JERUSALEM — Hundreds of thousands of ultra-Orthodox Jews rallied Sunday in the streets of Jerusalem, blocking roads and paralyzing the city in a massive show of force against new plans to require them to serve in the Israeli military.
The widespread opposition to the draft poses a challenge to the country, which is grappling with a cultural war over the place of the ultra-Orthodox in Israeli society.
The issue of army service is at the core of that struggle. Since Israel's founding in 1948, the ultra-Orthodox have been allowed to avoid military service — compulsory for most other Jewish men — to pursue their religious studies.
The ultra-Orthodox insist their young men serve the nation through prayer and study, thus preserving Jewish learning and heritage, and by maintaining a pious way of life that has kept Jewish culture alive through centuries of persecution.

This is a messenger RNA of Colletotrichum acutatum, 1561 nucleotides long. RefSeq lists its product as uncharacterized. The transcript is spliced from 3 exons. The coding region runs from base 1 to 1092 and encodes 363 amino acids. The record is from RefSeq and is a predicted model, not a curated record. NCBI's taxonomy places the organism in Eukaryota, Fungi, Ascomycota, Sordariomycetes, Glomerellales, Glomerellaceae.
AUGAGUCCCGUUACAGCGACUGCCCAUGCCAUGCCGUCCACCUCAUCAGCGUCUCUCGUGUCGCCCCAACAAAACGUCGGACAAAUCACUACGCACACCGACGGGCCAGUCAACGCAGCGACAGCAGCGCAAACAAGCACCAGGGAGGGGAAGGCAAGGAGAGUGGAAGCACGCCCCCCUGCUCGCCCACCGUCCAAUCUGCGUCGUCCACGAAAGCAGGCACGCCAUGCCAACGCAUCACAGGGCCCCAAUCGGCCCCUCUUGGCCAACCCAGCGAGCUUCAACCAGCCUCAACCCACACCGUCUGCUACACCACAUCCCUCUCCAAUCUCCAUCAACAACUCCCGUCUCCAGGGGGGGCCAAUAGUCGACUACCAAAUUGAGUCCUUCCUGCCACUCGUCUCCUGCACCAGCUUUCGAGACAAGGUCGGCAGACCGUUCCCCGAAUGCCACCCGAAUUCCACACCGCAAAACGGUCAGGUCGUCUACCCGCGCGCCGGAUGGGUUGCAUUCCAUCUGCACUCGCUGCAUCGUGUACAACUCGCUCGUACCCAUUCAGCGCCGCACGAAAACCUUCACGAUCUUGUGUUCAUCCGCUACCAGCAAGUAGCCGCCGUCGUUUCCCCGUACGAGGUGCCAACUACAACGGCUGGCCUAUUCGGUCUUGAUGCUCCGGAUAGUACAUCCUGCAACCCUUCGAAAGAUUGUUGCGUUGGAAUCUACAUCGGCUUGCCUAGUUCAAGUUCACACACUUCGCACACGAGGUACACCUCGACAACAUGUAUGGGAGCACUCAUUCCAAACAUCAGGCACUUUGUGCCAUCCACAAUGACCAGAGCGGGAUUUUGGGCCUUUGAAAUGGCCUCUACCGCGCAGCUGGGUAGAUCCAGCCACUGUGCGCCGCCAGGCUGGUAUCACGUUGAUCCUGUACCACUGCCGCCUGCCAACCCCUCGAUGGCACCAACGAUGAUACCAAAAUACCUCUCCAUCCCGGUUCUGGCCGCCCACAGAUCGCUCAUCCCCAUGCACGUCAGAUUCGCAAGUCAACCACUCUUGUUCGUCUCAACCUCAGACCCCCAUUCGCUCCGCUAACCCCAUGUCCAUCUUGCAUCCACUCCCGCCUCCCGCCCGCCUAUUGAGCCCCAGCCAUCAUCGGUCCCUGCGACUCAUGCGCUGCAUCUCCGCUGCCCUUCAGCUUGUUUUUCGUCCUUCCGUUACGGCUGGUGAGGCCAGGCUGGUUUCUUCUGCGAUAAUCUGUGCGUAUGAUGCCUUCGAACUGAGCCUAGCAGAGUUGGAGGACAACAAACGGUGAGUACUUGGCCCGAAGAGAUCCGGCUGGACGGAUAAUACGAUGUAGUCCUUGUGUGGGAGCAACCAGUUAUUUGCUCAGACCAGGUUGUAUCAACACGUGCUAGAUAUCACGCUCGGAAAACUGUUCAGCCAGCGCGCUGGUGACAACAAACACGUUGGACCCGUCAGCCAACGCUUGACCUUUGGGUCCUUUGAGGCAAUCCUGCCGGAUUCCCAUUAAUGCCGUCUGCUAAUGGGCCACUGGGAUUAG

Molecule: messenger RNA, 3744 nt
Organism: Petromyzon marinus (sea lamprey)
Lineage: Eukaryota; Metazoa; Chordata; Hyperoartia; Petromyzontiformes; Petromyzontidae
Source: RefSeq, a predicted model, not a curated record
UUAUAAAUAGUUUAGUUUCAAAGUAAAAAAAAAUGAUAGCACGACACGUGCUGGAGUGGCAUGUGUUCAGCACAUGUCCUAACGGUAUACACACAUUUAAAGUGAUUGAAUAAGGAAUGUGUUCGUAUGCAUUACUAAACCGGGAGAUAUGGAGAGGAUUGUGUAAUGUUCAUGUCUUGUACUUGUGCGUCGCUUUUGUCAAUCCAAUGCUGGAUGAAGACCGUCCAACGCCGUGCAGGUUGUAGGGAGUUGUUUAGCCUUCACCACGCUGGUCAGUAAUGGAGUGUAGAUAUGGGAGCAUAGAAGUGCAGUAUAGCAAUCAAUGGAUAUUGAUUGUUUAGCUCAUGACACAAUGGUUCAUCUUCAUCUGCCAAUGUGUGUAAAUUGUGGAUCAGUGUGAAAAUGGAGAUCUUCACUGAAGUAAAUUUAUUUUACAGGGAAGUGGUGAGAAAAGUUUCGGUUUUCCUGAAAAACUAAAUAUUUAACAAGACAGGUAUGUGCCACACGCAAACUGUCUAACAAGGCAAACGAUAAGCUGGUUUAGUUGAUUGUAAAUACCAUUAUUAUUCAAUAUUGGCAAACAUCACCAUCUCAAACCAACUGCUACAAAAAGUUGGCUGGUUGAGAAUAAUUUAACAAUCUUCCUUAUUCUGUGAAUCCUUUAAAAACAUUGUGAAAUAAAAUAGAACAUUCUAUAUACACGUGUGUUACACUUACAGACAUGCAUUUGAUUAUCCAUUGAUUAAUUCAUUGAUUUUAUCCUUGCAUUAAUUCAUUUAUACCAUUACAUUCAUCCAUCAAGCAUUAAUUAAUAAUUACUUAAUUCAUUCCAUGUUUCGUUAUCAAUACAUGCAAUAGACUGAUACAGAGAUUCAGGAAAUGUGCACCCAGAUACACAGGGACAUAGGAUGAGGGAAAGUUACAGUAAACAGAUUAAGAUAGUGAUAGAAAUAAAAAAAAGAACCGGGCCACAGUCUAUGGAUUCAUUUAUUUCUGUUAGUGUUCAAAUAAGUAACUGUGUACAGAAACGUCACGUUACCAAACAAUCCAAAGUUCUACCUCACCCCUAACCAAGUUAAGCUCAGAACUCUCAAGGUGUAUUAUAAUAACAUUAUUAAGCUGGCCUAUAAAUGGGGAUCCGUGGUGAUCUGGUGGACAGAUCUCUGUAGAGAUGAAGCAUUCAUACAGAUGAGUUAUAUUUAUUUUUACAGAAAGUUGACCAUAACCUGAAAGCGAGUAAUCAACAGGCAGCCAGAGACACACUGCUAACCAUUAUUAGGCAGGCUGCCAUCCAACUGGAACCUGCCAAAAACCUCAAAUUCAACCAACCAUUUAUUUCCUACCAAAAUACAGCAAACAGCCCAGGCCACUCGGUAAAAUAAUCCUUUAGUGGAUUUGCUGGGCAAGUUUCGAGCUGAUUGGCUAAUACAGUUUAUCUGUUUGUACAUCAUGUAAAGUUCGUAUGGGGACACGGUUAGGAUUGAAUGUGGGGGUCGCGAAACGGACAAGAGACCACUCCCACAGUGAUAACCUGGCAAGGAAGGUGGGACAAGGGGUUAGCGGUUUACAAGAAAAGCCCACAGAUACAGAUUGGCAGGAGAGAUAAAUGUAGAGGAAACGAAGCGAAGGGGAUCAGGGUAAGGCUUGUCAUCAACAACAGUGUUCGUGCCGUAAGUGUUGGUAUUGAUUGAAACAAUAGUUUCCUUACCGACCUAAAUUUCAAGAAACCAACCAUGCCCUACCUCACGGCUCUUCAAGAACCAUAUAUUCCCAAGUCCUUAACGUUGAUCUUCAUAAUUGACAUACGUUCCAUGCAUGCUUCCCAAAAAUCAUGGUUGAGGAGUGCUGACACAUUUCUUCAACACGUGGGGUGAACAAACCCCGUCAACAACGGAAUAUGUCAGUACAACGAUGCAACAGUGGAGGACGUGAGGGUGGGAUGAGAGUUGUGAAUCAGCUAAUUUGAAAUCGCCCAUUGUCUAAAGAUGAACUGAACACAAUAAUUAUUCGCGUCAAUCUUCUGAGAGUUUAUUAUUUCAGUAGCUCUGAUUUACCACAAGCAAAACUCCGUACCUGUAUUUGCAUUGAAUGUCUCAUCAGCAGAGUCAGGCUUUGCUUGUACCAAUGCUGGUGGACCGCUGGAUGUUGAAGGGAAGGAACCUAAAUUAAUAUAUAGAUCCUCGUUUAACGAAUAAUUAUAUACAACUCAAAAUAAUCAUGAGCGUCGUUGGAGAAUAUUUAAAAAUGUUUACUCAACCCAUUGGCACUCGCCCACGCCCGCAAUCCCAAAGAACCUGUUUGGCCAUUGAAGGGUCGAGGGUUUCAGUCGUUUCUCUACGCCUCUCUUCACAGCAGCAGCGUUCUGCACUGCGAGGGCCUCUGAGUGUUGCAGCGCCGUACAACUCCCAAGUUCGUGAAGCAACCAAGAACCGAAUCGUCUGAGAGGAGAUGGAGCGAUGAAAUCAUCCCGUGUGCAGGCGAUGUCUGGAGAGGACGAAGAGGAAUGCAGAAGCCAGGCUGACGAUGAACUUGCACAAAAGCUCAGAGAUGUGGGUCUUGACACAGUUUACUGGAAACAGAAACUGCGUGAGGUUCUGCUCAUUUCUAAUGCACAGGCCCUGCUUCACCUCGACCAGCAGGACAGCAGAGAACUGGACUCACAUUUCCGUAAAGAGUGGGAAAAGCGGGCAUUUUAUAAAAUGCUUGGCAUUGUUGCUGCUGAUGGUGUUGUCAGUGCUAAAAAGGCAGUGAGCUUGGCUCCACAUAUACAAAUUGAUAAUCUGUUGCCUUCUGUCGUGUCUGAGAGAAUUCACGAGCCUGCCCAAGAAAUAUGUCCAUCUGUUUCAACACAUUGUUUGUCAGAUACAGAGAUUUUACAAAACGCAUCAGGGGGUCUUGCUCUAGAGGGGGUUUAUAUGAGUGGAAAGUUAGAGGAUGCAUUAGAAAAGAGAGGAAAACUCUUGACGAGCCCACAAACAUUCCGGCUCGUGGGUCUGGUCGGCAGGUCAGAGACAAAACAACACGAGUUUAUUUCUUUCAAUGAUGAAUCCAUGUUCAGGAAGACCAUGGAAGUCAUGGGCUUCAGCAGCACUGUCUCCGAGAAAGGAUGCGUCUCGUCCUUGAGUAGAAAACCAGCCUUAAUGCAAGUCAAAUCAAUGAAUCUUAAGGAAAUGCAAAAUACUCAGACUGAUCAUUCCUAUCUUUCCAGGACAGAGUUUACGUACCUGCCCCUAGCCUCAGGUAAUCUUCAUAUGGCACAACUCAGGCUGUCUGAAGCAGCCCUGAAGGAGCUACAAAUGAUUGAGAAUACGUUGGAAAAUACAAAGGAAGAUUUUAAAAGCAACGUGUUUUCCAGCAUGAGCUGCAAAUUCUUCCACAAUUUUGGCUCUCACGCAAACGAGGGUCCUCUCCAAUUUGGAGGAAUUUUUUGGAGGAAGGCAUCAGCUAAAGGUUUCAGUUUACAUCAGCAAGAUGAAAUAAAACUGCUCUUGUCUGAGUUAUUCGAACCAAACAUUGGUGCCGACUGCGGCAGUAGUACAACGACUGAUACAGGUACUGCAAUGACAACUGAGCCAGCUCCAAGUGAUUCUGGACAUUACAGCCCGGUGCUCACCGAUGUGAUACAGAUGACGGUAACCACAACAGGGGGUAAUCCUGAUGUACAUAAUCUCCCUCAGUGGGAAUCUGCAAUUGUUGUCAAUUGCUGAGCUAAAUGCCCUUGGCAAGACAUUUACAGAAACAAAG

But the exemption has enraged secular Israelis who say the ultra-Orthodox are not doing their fair share. The issue featured prominently in last year's election, which led to the establishment of a center-right government that has been pushing for reforms that will require ultra-Orthodox to serve in the army. Parliament is expected to vote on the conscription bill this month.
Thousands of ultra-Orthodox streamed toward the entrance of Jerusalem as a heavy haze settled on the gathering. Men clad in traditional black suits and hats bowed and swayed in prayer as others danced in circles. Spectators packed the balconies and roofs of nearby buildings as a loudspeaker blared prayers. Many held signs reading "the Torah shall not be forgotten." Police said more than 300,000 people attended.
— The Associated Press